There are just three central figures in the Treasury Red Book which sum up this government’s 5 year plan. They are figures that very few commentators and journalists seem to want to understand.
If you compare 2014-15, this government’s last planned year, with the last year of Labour, you should expect;
Public sector current spending up by £92 billion or 15% – a small real increase if inflation is 2% or less – that’s £11,500 per head instead of £10,000 per head, or £46,000 for a family of four
£176 billion more collected in taxes in Year 5 – that’s around £12,0000 extra for an average family of four
£451 billion more borrowed over the lifetime of this Parliament – that an increase in the public debt larger than the total debt inherited by Labour in 1997.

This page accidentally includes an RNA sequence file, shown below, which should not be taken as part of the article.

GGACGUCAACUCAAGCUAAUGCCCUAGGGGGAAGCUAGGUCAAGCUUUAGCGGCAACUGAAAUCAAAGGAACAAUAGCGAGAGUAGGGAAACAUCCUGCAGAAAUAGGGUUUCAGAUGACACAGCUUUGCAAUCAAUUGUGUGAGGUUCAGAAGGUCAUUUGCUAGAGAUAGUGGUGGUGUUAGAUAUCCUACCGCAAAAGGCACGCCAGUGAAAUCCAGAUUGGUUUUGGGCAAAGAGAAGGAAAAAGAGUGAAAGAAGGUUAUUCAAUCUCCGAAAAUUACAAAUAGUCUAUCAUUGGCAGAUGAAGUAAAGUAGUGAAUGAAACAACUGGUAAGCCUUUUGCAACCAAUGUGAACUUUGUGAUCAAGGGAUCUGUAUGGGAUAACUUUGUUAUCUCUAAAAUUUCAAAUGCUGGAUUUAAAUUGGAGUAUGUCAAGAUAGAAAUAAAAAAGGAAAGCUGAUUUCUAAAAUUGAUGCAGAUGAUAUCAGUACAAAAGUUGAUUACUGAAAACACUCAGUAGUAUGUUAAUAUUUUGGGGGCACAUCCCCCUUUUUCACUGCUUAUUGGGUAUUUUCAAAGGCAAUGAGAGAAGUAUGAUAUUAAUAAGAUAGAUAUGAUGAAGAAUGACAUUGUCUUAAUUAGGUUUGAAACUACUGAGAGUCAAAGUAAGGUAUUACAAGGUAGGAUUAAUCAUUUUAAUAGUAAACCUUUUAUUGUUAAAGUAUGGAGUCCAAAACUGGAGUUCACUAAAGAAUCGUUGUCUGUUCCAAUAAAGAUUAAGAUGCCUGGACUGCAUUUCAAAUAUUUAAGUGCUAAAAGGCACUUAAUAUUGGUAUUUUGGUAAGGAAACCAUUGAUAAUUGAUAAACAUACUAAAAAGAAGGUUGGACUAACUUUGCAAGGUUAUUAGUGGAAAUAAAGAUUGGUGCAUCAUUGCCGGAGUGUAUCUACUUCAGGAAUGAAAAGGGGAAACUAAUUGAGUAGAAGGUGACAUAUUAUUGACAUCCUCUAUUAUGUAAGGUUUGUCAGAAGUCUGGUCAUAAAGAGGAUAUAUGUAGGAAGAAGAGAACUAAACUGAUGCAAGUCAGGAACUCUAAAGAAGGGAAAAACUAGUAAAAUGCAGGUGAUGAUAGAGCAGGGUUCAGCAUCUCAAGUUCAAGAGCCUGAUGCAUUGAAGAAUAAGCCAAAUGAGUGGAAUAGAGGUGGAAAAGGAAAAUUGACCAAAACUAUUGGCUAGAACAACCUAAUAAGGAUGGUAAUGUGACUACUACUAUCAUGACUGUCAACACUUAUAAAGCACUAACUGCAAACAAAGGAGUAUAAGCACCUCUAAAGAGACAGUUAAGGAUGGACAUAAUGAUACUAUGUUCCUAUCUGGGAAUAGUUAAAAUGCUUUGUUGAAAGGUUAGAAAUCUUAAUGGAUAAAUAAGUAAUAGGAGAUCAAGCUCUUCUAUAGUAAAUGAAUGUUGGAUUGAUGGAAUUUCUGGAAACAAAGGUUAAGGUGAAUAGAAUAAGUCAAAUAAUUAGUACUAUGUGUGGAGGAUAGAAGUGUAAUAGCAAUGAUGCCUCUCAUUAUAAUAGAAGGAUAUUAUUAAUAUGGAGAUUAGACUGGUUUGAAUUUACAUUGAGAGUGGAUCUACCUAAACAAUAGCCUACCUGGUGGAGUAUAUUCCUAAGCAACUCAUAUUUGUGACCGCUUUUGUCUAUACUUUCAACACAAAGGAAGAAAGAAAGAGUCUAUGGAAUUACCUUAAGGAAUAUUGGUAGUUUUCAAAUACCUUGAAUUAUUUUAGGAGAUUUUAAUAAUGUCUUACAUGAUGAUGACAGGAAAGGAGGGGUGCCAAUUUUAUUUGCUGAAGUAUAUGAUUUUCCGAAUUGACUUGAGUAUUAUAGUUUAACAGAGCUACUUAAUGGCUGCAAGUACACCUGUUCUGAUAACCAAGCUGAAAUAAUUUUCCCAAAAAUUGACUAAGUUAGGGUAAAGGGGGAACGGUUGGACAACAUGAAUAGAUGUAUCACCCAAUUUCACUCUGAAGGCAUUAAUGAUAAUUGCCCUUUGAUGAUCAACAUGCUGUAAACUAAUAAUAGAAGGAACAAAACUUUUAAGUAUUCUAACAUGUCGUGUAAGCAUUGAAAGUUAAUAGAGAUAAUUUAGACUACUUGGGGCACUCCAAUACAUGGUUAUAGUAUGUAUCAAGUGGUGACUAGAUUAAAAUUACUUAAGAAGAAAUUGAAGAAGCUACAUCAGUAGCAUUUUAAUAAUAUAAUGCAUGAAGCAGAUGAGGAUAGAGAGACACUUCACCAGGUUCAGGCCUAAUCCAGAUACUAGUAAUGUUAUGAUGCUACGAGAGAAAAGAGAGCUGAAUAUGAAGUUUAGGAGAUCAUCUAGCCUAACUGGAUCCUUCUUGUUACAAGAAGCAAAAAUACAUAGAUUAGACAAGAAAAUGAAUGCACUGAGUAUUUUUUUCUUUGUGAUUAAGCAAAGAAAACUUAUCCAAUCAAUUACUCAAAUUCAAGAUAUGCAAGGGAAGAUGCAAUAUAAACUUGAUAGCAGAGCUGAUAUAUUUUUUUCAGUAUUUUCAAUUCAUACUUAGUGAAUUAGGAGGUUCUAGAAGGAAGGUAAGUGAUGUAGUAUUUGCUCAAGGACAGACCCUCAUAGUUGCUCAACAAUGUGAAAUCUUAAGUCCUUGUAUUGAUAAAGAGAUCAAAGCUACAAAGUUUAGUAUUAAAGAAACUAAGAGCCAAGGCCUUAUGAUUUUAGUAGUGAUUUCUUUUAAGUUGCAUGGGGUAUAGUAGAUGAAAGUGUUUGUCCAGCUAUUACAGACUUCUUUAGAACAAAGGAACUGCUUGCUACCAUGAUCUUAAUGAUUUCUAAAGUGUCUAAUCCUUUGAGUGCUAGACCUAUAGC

It’s difficult to say this is unduly mean on the public sector, given the huge deficit and rising interest rate bill.
An extra £451 billion of debt means extra interest payments of around £13.5 billion a year if interest rates stay as low as they are currently.
The main winners in gaining extra spending are the EU budget, Overseas Aid, Debt Interest, Pensions, Health, Schools and Equitable Life holders.